Archive for Sunday, July 16, 2000

Sense for Seniors

July 16, 2000

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Q: I live in chronic pain. I have severe osteoporosis, several "ruptured disks" in my back and have had hip surgery and several broken bones. Many pain medicines upset my stomach, what can I do to enjoy life again?

A: The disorders you mention can cause pain and can limit your ability to remain active and independent. Here are some suggestions you will want to discuss with your physician.

First, be sure to clearly identify the type of pain you are having. Pain from osteoporotic fractures is likely to be quite severe initially and later can become deep-seated and aching. Pain due to "ruptured discs" often represents irritated nerves and is usually described as a numb feeling. The correct pain medication will depend on the type of pain you are experiencing.

Second, look at the medication regimen you are on. Are you taking the medication on a regular basis or only when you need it? Since you have chronic pain, you will probably benefit from having some pain medication in your system at all times.

Next, think about the side effects of the pain medication you are using. Sometimes the side effects are worse than the pain itself! You mention stomach trouble due to the medications. Be sure to take the medications with food. Also discuss with your physician if you are eligible for some of the newer categories of pain medications designed to be gentler on the stomach.

Now, let's talk again about the type of pain you are having. If your pain is from arthritis or old osteoporotic fractures, the recommended painkiller to start with is acetaminiophen (Tylenol) in regularly scheduled doses up to four grams a day. If acetaminophen is not helpful, ibuprofen is often prescribed next. The use of ibuprofen by older adults can cause stomach irritation or problems for the kidneys, so you should discuss this with your physician first. There are new ibuprofen-like drugs available that have less stomach side effects. If these products fail to control pain, combination products such as acetaminophen with codeine are often needed. The side effects to be aware of include constipation and sedation. Finally, weight-bearing exercise, adequate calcium intake (1500mg/day) and Vitamin D (400IU/day), and for some women estrogen, are important for maintaining the bone strength you have.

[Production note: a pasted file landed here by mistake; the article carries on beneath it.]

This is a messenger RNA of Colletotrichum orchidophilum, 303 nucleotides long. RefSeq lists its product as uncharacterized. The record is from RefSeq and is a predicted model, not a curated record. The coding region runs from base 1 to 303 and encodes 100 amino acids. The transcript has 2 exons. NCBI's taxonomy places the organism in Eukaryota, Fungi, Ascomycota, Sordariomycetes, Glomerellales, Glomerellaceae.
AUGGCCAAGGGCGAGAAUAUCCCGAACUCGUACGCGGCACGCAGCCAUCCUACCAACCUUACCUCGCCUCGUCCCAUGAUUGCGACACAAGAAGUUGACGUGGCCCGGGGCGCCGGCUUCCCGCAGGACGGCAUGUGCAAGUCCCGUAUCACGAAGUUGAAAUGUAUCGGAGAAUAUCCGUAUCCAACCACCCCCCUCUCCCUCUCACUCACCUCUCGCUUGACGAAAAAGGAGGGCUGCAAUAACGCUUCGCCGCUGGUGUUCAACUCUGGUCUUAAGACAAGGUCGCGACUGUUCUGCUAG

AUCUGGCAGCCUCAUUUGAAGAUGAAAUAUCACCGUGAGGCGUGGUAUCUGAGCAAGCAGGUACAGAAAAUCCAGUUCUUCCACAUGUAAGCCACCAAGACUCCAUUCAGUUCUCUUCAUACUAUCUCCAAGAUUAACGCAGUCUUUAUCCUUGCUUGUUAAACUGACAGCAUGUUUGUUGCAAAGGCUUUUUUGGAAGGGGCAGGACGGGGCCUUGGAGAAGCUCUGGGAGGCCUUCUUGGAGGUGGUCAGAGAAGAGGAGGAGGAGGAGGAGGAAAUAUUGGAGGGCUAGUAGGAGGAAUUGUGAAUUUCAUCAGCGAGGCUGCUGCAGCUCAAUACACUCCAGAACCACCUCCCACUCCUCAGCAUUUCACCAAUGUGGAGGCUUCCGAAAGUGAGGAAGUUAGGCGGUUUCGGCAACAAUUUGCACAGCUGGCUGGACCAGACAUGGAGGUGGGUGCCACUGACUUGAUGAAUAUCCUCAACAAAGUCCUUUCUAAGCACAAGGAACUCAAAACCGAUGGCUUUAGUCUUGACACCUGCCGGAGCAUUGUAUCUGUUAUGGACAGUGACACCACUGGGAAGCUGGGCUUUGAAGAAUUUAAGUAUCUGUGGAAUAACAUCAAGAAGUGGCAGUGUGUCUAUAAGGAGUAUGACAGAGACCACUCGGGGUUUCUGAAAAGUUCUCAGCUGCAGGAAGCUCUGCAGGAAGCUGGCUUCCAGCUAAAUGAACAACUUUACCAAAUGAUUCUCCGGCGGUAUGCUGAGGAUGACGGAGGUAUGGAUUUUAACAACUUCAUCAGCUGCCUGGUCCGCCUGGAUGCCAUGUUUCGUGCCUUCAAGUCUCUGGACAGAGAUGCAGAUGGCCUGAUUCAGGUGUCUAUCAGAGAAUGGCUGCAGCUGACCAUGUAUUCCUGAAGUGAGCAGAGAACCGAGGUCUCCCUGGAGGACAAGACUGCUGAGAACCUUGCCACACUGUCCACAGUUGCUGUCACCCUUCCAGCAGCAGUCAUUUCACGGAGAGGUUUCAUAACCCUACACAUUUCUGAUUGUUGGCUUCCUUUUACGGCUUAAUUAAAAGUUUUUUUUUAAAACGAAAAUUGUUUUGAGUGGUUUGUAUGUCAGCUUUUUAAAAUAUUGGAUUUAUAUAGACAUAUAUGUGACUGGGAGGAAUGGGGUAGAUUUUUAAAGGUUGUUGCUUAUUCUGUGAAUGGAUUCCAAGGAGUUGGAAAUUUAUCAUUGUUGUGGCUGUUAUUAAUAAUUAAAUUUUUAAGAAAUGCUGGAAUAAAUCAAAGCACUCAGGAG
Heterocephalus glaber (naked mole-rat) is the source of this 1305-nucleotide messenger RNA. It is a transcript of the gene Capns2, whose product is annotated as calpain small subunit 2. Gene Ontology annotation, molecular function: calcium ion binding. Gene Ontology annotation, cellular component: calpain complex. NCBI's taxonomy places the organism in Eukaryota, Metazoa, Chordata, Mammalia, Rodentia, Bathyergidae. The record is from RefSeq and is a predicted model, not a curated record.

If the pain you are experiencing is due to the ruptured discs, there are some medications that are useful in calming this type of pain. These drugs stop irritated nerves from firing pain signals to the brain. One such drug is Elavil (amitriptyline), formerly a widely used anti-depressant. In low doses, it can kill chronic pain. These are doses much lower than those used in the past for depression.

Believe it or not, some seizure medicines have also been found to control chronic pain even in people who don't have seizures.

Clearly it is difficult to live in chronic pain. Keep in mind however, how important it is to stay active. Exercise helps keep the body fit and can actually help limit chronic pain and disability, too. A healthy diet rich in fruits and vegetables is also important in keeping our bodies healthy. These healthy practices can even help prevent the constipation that some pain medications can cause.

We hope this list provides you with some ideas to take to your doctor.




Send your health-related questions to Aging Gracefully, c/o Center on Aging, University of Kansas Medical Center-Wescoe 5026, 3901 Rainbow Blvd., Kansas City, Kan. 66160-7117.

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